Can cats sense when another cat is ill? There is some anecdotal evidence to suggest that healthy cats do know when another cat is sick or dying. In a multi-cat household, healthy cats may react differently to sick or dying cats. A cat's reactions to death or sickness can vary quite a bit. Cat owners may report a cat being unusually affectionate with a cat who is sick, or on the other hand, they may ignore or even become hostile to a cat who is sick.
Cat behavior in the wild
Lions in the wild live in small groups called prides, but most cats in the wild live solitary lives. Tiger Tribe notes that a lion pride makes food available to the sick and wounded members of the pride, but not to the males. That suggests that a domestic cat's wild ancestors have at least some understanding of a cat being sick.
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The loss of a feline companion
Hills Pet says that a cat can change their behavior when another cat in a multi-cat household is lost. The loss of a feline can lead to different behaviors that can be difficult to understand. If the cat that was lost was closely bonded to the remaining cat or cats in your household, they are likely to be more visibly altered than if they were not close to the lost cat. Even if the closeness was one of antagonism, i.e., they feuded with the cat that was lost, they are still likely to grieve.
We also know that cats can pick up on their owner's emotions. If you are distressed at the loss of a feline pet, your cat may pick up on your emotions of sadness. A cat who is grieving can display that grief in a number of ways, from seeming completely unaffected to seeming happy, to seeming to become depressed. Several sources online cited a survey by the American Society for the Prevention of Cruelty to Animals. Though the results of this survey don't seem to be available online anymore, that survey found that out of 160 households surveyed, the remaining cats ate less, slept more, and became more vocal after the death of a companion cat. This was a temporary behavior change that lifted after six months or less.
Non-recognition aggression in cats
If you took your sick cat to the vet and then its companion cat is acting aggressively after you returned from the vet, it could be something called non-recognition syndrome. It might not be specifically because the one cat is sick; rather it might be that the sick cat smells like a veterinarian's office and everything that goes along with that: other animals, the vet herself, alcohol, or other medication or treatment that your cat might have received.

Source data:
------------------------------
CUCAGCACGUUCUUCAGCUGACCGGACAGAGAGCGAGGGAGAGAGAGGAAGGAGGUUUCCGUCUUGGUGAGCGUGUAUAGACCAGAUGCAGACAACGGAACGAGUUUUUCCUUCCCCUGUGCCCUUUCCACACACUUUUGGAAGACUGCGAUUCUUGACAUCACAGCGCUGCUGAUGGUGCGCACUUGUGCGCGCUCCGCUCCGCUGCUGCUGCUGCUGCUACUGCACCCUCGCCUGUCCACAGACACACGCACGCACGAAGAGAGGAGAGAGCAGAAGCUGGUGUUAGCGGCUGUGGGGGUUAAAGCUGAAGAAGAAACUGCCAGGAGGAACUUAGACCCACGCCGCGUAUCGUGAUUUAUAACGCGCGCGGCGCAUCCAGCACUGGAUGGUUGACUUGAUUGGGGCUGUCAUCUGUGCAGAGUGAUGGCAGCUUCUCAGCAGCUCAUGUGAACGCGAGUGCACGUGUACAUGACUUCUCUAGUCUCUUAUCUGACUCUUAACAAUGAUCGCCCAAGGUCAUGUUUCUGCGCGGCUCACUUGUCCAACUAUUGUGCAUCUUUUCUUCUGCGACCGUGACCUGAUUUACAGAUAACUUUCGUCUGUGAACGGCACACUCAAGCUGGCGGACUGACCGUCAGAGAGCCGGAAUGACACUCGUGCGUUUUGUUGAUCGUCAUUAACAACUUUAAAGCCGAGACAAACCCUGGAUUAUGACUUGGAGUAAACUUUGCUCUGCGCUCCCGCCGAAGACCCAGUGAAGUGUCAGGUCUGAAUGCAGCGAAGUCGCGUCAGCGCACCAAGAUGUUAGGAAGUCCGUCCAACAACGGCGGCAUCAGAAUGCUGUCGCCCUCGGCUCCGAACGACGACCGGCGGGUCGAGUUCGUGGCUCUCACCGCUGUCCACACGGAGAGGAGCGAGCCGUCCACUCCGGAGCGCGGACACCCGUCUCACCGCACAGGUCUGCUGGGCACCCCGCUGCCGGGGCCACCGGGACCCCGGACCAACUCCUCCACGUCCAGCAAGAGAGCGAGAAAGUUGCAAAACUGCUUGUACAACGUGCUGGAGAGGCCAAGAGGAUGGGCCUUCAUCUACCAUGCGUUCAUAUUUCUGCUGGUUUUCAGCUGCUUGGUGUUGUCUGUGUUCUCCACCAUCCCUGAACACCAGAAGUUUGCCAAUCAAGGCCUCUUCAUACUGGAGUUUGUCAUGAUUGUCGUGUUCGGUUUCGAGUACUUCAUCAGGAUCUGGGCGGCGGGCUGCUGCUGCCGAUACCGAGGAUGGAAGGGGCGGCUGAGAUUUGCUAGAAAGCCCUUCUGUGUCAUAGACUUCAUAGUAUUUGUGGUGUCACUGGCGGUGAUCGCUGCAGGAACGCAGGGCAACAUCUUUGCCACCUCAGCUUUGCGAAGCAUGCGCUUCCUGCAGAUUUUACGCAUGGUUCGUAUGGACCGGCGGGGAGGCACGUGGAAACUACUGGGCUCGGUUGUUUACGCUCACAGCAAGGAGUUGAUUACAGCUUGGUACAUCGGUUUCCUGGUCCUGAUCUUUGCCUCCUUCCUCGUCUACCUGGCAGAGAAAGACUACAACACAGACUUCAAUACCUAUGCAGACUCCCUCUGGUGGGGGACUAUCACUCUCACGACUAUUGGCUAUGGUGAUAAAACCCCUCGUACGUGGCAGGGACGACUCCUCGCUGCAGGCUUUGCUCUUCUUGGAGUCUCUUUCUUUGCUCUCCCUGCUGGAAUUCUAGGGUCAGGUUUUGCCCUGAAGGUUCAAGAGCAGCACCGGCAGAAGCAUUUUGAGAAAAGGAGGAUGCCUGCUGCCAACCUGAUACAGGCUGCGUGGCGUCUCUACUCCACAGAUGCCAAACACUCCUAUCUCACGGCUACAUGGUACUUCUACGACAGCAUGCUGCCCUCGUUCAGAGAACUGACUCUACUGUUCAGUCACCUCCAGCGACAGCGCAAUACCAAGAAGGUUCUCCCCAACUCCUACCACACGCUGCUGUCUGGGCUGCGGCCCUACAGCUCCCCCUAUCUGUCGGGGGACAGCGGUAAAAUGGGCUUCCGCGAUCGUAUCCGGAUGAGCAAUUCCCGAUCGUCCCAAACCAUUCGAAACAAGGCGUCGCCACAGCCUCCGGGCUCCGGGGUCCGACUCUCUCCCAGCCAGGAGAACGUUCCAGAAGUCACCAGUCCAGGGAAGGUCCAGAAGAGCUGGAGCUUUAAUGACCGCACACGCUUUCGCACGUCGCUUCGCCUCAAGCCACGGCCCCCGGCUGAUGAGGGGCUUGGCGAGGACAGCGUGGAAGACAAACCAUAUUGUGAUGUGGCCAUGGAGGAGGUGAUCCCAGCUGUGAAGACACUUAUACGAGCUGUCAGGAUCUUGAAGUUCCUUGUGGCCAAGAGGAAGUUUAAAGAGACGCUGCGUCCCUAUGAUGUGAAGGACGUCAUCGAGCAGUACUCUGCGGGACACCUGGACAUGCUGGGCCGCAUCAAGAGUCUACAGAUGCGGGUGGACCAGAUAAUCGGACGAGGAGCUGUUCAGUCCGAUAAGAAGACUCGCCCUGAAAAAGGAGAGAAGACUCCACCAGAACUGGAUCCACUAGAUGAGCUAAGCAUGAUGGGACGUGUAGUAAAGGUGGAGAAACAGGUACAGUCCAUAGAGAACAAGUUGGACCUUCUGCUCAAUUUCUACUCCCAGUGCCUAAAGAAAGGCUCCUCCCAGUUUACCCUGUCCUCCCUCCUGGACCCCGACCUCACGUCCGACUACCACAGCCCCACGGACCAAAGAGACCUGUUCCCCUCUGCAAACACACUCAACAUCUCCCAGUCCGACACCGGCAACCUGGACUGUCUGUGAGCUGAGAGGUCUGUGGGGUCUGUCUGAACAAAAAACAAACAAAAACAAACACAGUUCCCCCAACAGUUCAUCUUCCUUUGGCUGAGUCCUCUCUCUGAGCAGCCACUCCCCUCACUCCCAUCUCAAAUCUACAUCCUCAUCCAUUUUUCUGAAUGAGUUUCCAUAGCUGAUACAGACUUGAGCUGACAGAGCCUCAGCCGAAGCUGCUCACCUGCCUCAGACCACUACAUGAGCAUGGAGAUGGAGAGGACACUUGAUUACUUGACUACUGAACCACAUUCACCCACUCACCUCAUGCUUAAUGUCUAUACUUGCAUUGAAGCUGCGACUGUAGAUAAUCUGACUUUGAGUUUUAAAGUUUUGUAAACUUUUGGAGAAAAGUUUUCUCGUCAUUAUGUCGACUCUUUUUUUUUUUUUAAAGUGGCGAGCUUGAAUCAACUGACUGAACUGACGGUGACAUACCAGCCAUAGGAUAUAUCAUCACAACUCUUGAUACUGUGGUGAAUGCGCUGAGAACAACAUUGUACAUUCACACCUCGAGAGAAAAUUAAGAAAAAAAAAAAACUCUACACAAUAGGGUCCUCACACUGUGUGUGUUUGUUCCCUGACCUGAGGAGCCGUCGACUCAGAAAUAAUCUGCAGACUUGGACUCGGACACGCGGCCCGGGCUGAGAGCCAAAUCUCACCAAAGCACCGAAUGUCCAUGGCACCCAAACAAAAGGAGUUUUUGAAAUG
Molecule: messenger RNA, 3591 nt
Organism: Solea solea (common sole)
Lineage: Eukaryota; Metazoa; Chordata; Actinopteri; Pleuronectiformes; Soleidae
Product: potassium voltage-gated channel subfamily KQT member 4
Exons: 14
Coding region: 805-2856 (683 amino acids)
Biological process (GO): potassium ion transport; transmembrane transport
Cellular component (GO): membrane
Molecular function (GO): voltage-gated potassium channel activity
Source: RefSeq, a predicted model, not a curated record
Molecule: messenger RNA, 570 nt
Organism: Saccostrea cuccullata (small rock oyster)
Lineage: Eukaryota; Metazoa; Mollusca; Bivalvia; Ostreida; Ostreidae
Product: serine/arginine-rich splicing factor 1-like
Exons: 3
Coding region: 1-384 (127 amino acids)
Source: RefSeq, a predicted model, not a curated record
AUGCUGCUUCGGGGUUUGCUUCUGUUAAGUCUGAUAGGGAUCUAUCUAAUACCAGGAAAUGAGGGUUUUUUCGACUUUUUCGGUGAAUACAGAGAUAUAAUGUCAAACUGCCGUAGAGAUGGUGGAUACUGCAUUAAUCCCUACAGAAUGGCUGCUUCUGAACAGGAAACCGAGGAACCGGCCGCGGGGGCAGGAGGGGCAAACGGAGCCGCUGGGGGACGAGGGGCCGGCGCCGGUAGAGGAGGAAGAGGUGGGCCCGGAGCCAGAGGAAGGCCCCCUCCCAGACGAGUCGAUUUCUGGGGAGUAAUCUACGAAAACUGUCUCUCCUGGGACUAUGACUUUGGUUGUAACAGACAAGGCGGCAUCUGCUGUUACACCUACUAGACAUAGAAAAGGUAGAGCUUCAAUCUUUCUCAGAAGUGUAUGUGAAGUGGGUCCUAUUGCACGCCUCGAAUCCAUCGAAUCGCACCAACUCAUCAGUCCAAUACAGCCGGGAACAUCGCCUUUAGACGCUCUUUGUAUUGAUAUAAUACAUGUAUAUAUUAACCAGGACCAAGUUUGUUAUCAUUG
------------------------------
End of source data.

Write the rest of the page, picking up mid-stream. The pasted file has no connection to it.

Cat Behavior Solutions explains that cats communicate so much through scent, that when a cat's signature scent is lost or masked, as by a trip outside of the home to a vet's office, it can mean other cats in the household can be confused. The companion cat may perceive the new scent as a threat and become aggressive. If this is the case, keep the cats separated until the cat's "other" scents have time to wear off. Try using a calming pheromone spray, or when you return home, rub your sick cat with something that smells like home, like it's favorite blanket to sleep on.
Grief in multi-cat households
The veterinarian at the Manhattan Cat Specialists, Dr. Arnold Plotnick, clinic wrote about his experiences in seeing other cats grieve the loss of a feline companion. A couple of the stories he witnessed, of changes in cats behavior after the loss of another cat in a multi cat household, seem convincing. The blog post tells of a cat who lost her sister to a dog attack in their yard while the sister cat was watching. After that, the sister cat exhibited signs of depression, including not eating, lethargy, and staring off into space.
His recommendations include not letting a cat outdoors for a while, if possible, as they might go searching for their lost companion. Enriching the environment of the remaining cat with new toys or treats might help as well. And even though you, as a human, might appreciate the distraction of a new cat in the household, a cat who is grieving may not. They may need time to process the loss in their own way.
The bottom line is that it seems obvious that cats do know when another cat is sick, but we can't prove it. Cat behavior is sometimes a mystery, and how they change their behavior, or don't change their behavior, in response to another cat being sick or dying is one of those mysteries. Any cat owner or veterinarian will be able to share anecdotes of things they've witnessed, but cat behavior varies so much that it's not possible to put a definitive yes or no on something like this.
If your cat seems like she is acting aggressively to another cat, or is mourning the loss of a feline companion, it could be safe to say that yes, she knows something has changed. Whether she knows something has changed because the cat is "sick," is impossible to answer.